United States District Court, E.D. Virginia, Richmond Division
LESTER R. ROBINSON, Plaintiff,
SGT. WHITEHEAD, et al., Defendants.
A. GIBNEY, JR. UNITED STATES DISTRICT JUDGE.
R. Robinson, a Virginia inmate proceeding pro se and
in forma pauperis, filed this 42 U.S.C. § 1983
action. The action proceeds on Robinson's
Second Particularized Complaint ("Complaint," ECF
No. 12) against Defendants Sgt. Whitehead, Officer Tirinado,
and Lt. Ward.The matter is before the Court for
evaluation pursuant to 28 U.S.C. §§ 1915(e)(2) and
1915A. For the reasons set forth, the action will be
DISMISSED for failure to state a claim except for the
excessive force claim against Defendants Whitehead and
to the Prison Litigation Reform Act ("PLRA") this
Court must dismiss any action filed by a prisoner if the
Court determines the action (1) "is frivolous" or
(2) "fails to state a claim on which relief may be
granted." 28 U.S.C. § 1915(e)(2); see 28
U.S.C. § 1915A. The first standard includes claims based
upon '"an indisputably meritless legal theory,
'" or claims where the "'factual
contentions are clearly baseless.'" Clay v.
Yates, 809 F.Supp. 417, 427 (E.D. Va. 1992) (quoting
Neitzke v. Williams, 490 U.S. 319, 327 (1989)). The
second standard is the familiar standard for a motion to
dismiss under Fed.R.Civ.P. 12(b)(6).
motion to dismiss under Rule 12(b)(6) tests the sufficiency
of a complaint; importantly, it does not resolve contests
surrounding the facts, the merits of a claim, or the
applicability of defenses." Republican Party of N.C.
v. Martin, 980 F.2d 943, 952 (4th Cir. 1992) (citing 5A
Charles A. Wright & Arthur R. Miller, Federal
Practice and Procedure § 1356 (1990)). In
considering a motion to dismiss for failure to state a claim,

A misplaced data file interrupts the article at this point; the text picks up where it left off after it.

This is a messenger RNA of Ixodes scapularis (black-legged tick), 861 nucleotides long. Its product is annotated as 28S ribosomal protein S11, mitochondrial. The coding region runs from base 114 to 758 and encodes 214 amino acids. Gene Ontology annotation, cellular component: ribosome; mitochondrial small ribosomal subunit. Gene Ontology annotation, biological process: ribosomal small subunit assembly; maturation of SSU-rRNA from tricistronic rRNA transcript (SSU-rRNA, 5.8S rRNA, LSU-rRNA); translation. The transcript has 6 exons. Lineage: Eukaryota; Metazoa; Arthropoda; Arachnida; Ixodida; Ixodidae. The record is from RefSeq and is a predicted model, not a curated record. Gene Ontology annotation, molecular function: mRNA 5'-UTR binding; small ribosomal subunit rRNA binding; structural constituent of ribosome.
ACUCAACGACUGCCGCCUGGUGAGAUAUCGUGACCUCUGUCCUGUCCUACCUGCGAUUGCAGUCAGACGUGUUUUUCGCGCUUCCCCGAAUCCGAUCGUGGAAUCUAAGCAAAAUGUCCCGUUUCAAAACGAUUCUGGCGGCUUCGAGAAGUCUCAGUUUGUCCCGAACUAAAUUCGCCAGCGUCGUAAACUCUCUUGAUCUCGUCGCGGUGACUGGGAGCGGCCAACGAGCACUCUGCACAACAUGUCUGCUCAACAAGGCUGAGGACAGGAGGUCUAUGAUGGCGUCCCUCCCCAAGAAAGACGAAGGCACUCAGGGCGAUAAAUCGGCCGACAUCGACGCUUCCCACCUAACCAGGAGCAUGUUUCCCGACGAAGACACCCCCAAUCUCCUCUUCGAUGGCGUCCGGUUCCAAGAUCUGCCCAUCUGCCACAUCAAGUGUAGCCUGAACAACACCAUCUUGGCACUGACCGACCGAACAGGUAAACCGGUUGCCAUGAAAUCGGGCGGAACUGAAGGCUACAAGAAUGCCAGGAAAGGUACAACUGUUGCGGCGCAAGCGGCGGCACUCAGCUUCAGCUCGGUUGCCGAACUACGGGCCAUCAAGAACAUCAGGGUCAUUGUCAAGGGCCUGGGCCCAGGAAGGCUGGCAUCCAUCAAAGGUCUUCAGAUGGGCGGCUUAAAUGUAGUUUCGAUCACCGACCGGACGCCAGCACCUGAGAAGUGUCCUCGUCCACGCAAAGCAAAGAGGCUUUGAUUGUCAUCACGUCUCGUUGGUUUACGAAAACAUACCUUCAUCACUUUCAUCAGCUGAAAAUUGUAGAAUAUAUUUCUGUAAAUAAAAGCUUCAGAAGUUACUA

a plaintiffs well-pleaded allegations are taken as true and
the complaint is viewed in the light most favorable to the
plaintiff. MyIan Labs., Inc. v. Matkari, 7 F.3d
1130, 1134 (4th Cir. 1993); see also Martin, 980
F.2d at 952. This principle applies only to factual
allegations, however, and "a court considering a motion
to dismiss can choose to begin by identifying pleadings that,
because they are no more than conclusions, are not entitled
to the assumption of truth." Ashcroft v. Iqbal,
556 U.S. 662, 679 (2009).
Federal Rules of Civil Procedure "require only 'a
short and plain statement of the claim showing that the
pleader is entitled to relief,' in order to 'give the
defendant fair notice of what the... claim is and the grounds
upon which it rests.'" Bell Atl. Corp. v.
Twombly, 550 U.S. 544, 555 (2007) (second alteration in
original) (quoting Conley v. Gibson, 355 U.S. 41, 47
(1957)). Plaintiffs cannot satisfy this standard with
complaints containing only "labels and conclusions"
or a "formulaic recitation of the elements of a cause of
action." Id. (citations omitted). Instead, a
plaintiff must allege facts sufficient "to raise a right
to relief above the speculative level," id.
(citation omitted), stating a claim that is "plausible
on its face," id. at 570, rather than merely